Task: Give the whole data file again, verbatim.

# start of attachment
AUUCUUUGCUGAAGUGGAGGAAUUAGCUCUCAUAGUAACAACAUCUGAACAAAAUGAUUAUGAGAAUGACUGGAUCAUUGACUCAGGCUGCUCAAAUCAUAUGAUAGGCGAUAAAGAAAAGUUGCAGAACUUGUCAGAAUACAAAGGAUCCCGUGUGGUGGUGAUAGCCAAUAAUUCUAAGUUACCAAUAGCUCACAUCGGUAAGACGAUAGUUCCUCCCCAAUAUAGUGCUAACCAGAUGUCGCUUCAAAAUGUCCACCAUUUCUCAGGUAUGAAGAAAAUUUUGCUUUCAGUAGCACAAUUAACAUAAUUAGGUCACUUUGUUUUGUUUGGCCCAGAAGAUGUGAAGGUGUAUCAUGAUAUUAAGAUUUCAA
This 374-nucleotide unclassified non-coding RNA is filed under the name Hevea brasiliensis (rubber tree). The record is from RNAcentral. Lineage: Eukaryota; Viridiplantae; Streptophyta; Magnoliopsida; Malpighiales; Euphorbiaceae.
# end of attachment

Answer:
AUUCUUUGCUGAAGUGGAGGAAUUAGCUCUCAUAGUAACAACAUCUGAACAAAAUGAUUAUGAGAAUGACUGGAUCAUUGACUCAGGCUGCUCAAAUCAUAUGAUAGGCGAUAAAGAAAAGUUGCAGAACUUGUCAGAAUACAAAGGAUCCCGUGUGGUGGUGAUAGCCAAUAAUUCUAAGUUACCAAUAGCUCACAUCGGUAAGACGAUAGUUCCUCCCCAAUAUAGUGCUAACCAGAUGUCGCUUCAAAAUGUCCACCAUUUCUCAGGUAUGAAGAAAAUUUUGCUUUCAGUAGCACAAUUAACAUAAUUAGGUCACUUUGUUUUGUUUGGCCCAGAAGAUGUGAAGGUGUAUCAUGAUAUUAAGAUUUCAA
This 374-nucleotide unclassified non-coding RNA is filed under the name Hevea brasiliensis (rubber tree). The record is from RNAcentral. Lineage: Eukaryota; Viridiplantae; Streptophyta; Magnoliopsida; Malpighiales; Euphorbiaceae.